Poland stands behind capital punishment

The Tusk government has reversed Poland’s refusal to go along with a European Day Against Capital Punishment – a stand that had prevented the Council of Europe from establishing the day throughout Europe.

Joyful European ministers reacted to Tusk’s decision by immediately moving to establish the day.
Much of the rest of Europe had resented Prime Minister Jaroslaw Kaczynski’s refusal to accept such a day.

Poland was the only country out of 47 in the Council of Europe to refuse to go along with the designation. That refusal was tantamount to a veto because council rules require a unanimous vote of member countries before a special day can be established.
The Kaczynski government’s stand not only rankled other Europeans but also contradicted Poland’s own position on capital punishment.

The government stopped executing criminals 19 years ago and outlawed the death penalty 10 years ago.
Kaczynski had maintained that because no court with jurisdiction over all of Europe had outlawed the death penalty, there was no reason to have a European Day Against Capital Punishment.
Tusk’s decision to reverse Poland’s opposition to an anti-death-penalty day has already improved relations with the rest of Europe, according to Ministry of Internal Affairs and Administration Grzegorz Schetyna.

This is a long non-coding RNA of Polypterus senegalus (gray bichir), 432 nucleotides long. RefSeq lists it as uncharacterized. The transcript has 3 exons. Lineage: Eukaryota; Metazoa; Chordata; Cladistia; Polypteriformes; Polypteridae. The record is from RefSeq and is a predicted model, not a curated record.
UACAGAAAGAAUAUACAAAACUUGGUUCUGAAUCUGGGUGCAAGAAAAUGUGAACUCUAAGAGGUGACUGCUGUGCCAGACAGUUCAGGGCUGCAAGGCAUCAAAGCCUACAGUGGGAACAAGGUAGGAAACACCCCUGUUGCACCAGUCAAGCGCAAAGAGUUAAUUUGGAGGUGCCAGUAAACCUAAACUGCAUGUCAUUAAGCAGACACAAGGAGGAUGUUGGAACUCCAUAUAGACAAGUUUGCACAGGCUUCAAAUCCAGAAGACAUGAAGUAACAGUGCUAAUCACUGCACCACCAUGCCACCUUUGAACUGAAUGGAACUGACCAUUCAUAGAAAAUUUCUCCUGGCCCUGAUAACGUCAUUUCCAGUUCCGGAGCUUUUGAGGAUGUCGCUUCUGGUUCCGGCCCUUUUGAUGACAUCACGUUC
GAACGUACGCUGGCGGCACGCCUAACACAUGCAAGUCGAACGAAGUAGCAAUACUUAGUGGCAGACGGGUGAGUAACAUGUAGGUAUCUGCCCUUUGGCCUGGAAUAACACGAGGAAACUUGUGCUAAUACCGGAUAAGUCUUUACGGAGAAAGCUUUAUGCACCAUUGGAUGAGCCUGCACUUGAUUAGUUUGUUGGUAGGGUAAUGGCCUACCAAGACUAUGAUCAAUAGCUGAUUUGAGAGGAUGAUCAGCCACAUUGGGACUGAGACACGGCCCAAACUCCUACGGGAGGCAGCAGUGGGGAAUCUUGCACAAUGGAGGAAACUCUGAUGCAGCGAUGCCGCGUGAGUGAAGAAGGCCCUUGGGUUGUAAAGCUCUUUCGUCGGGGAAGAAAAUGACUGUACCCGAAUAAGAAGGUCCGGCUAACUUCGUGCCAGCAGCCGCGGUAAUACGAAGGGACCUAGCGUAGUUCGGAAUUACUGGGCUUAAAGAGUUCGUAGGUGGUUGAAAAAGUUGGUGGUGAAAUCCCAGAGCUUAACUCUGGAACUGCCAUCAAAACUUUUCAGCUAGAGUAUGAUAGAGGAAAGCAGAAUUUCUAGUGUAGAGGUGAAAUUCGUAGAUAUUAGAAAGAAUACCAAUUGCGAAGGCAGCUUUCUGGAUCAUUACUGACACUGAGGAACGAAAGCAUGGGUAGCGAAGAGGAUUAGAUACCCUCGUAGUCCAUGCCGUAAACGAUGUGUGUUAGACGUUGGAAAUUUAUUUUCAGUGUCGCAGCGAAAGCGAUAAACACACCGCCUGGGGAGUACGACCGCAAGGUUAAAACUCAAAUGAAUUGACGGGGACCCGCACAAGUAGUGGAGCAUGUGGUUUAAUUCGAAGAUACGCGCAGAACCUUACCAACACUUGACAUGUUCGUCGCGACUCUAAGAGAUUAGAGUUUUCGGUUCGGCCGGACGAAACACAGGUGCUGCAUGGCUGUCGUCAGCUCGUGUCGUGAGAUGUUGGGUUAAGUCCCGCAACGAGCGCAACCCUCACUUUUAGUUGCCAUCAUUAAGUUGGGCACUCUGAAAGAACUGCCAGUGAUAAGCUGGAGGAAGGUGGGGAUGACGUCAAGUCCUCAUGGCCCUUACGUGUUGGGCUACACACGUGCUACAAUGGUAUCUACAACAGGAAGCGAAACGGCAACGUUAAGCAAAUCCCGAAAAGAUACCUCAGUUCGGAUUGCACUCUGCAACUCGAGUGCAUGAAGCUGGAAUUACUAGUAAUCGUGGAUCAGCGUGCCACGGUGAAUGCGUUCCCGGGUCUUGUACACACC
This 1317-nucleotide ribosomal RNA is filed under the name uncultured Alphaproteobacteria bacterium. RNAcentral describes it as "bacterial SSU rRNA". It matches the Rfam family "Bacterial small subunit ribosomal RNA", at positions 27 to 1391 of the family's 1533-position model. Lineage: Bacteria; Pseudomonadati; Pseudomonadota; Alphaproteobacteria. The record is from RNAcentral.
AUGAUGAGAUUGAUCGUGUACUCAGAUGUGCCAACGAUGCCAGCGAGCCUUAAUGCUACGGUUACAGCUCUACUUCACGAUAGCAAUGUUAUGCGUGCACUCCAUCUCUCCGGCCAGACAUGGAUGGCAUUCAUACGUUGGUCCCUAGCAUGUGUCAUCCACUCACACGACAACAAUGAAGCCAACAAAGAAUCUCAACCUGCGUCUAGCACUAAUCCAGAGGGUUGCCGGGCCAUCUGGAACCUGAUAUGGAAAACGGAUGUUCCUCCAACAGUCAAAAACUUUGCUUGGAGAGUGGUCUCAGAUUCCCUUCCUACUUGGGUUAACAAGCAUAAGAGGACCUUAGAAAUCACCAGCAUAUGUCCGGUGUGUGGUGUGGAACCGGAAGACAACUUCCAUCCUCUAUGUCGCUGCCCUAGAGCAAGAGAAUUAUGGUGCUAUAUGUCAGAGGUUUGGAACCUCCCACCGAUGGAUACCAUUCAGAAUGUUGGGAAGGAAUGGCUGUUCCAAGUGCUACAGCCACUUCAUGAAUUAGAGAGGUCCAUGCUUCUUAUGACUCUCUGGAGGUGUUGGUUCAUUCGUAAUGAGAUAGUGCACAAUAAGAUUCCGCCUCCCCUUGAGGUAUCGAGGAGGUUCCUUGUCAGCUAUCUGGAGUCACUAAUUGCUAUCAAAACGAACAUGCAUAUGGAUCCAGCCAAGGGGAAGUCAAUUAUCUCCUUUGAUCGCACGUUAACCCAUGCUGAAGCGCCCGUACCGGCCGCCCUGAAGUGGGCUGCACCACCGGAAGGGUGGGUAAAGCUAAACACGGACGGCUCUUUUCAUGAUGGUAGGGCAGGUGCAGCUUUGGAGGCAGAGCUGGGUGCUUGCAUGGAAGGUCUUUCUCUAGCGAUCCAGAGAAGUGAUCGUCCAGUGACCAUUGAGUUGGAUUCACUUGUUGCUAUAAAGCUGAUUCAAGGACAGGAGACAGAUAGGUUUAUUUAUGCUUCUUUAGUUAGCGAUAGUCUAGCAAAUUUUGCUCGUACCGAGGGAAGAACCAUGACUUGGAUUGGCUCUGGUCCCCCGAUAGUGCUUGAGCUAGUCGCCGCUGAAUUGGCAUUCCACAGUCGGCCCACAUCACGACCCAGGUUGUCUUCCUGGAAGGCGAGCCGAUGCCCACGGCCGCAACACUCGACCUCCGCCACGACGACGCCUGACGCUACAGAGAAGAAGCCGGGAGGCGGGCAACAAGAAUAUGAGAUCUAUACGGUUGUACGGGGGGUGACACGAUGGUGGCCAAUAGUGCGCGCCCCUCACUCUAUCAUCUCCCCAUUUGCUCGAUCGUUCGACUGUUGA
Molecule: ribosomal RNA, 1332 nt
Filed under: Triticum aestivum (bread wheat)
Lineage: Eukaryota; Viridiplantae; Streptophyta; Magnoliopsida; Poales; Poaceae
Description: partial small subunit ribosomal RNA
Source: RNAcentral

“Everything has changed in Poland,” he said. “The government has changed, Poland has changed and the decision has changed.”
Non-governmental organizations opposed to the death penalty designated October 10 an International Day Against Capital Punishment some years ago. The Council of Europe decided in September to establish a Europe-wide anti-death penalty day on October 10 as well.

In the last few weeks of his administration, Kaczynski refused to go along with the day. That killed the day for this year.
Kaczynski’s refusal prompted European leaders to describe Poland as being backward.

A leading European socialist, Martin Schulz of Germany, asked how long the rest of Europe would swallow Poland’s effort to block the day.

EU leaders should do everything they could to show how out of touch Poland was on the issue, Schulz said.
Tusk’s new Minister of Justice Zbigniew Cwiakalski contends that “there was no reason to object to establishing the European Day Against Capital Punishment.

I am surprised that Poland came out against it. Poland engaged in capital punishment for the last time in 1988, and it has been eliminated from the penal code for over 10 years.”
Klaus Buchman, a well-known German political scientist and journalist, said officials might be able to justify capital punishment in countries with no well-established legal and penal systems – as was the case in America’s Wild West territories.

Many territories lacked secure prisons, so there was a real threat of a dangerous criminal continuing to roam free, he suggested. Thus territorial governments often imposed the death penalty to threaten criminals by severity of punishment.
In Europe, however, legal and penal institutions are so strong that the death penalty has been abolished on human-rights grounds, Buchman said.

Nowadays, at least in Europe, capital punishment looks like a relic of the past. Some compare its abolition, in terms of moral force, to the abolition of slavery.

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